Peoria boys volleyball program builds momentum

Richard Smith
West Valley Preps

Peoria’s Daniel Zemeida (#2) hits a ball over the net during practice Thursday, March 9, 2017 at Peoria High School in Peoria. (Jacob Stanek/Independent Newsmedia)

In its first four years the Peoria High School volleyball program never managed more than three wins in a season.

Before the 2016 team took shape the Panthers imported a winning mentality and some tradition from volleyball’s golden state. Boys volleyball also became the final sport to split into multiple divisions and in Division II Peoria could finally play more schools its size.

The impact of Jonas and Jarom Wallace and a more manageable schedule was immediate. Peoria finished 10-6 in 2016, but just missed the state playoffs.

“Our program improved. My sophomore year I was on varsity and there were 13 players and 11 of them were seniors. That’s supposed to be an amazing team — all seniors. We had a bad record,” senior Daniel Zemeida said. The two biggest things that helped us get better was our new division so we’re playing teams our size and getting Jonas and Jarom. We have a very good hitter and setter now.”

This spring, the Panthers entered expecting to break through.

Steve Treguboff has been the program’s only head coach

“We had a couple of critical games that kept us from the playoffs and we feel like those are diffidently game we would like to get back. So, this has been a motivation for us to get better,” he said.

Early in the year the record is not better, but the results are. Peoria started 2-2 against a schedule that includes the teams that played for the Division II (now 5A) state title last year as well as undefeated 6A school Mountain Ridge.

Losses to the Mountain Lions and defending champion Chandler Seton Catholic are easier to take thanks to Peoria’s first win.

The Panthers knocked off Ironwood 3-1 to start the season. Even though, as Coach Treguboff pointed out, the Eagles lost a major chunk of their team, they remain the district kingpins.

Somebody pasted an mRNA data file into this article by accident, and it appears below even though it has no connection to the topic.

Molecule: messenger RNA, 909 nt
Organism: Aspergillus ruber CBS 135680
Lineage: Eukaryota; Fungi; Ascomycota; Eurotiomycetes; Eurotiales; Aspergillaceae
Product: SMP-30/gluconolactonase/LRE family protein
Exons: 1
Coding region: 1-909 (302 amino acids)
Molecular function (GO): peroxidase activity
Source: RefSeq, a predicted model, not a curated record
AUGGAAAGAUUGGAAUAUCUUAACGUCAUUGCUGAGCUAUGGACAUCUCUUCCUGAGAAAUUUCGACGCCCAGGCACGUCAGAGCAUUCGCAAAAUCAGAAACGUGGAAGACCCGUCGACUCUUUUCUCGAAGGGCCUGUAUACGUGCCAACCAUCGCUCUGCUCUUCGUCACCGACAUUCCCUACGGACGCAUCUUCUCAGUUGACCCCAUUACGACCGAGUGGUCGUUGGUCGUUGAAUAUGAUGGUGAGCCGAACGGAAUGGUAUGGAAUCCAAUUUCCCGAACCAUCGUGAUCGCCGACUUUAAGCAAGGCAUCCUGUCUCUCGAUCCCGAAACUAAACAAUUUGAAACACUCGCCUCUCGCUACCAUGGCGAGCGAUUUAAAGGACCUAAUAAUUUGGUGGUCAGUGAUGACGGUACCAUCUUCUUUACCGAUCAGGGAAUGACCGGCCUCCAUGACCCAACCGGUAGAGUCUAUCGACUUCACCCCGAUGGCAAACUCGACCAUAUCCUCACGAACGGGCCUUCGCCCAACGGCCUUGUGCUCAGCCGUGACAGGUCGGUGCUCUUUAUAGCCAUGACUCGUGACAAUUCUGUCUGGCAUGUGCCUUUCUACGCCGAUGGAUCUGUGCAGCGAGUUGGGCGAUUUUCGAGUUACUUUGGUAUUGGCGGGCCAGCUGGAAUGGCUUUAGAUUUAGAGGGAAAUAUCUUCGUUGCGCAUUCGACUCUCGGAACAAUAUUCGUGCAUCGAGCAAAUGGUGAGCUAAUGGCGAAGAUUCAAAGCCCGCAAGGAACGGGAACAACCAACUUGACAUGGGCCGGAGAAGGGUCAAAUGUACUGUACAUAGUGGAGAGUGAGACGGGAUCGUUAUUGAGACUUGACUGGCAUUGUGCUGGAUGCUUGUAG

“Playing the two top teams from last year early lets us know where we are. They’re definitely good teams but they’re beatable and we proved that with Ironwood,” Wallace said. “Now that our players have seen that we can compete with these top teams, I can definitely see their confidence has boosted.”

Peoria’s expectations are now more in line with the Wallace boys. Jonas Wallace shared knowledge with his new teammates.

Most of the Panthers have no club volleyball background. The Wallaces grew up in a volleyball hub and playoffs were the expectation at Jonas’ old high school

“I grew up in a family that predominantly played volleyball. Growing up in California and playing on the beach sparked my love for the game from an early age,” Wallace said.

Coach Treguboff said the brothers and Zemeida are the squad’s key trio.

Peoria’s Logan Hunt serves a ball over the net during practice Thursday, March 9, 2017 at Peoria High School in Peoria. (Jacob Stanek/Independent Newsmedia)

“When the three of them are clicking we are fun to watch and the rest of our team feeds off of them.  Daniel started playing as a sophomore and really loved it and worked really hard.  The time he has put in has really paid off and he plays the game with a lot of passion,” Coach Treguboff said. “Jonas is a phenomenal volleyball player and athlete.  He has the most experience on the team and plays the game really well in all areas of the court. Jarom is a sophomore and has great hands and knows where to feed the ball to score.  The three of them really read each other well.”

The coach said early in the season, team weaknesses are playing consistently at a high level and not getting in a deficit.

To make the playoffs, the Panthers will need to place high in a reshaped region that loses district rivals Cactus and Ironwood and gains Northwest Christian. The Crusaders, Sunrise Mountain, Centennial and Kellis are also off to solid starts.

But recent success and quality play in losses has given this program a belief previously lacked.

“It’s never been done before so that would be awesome,” Zemeida said.

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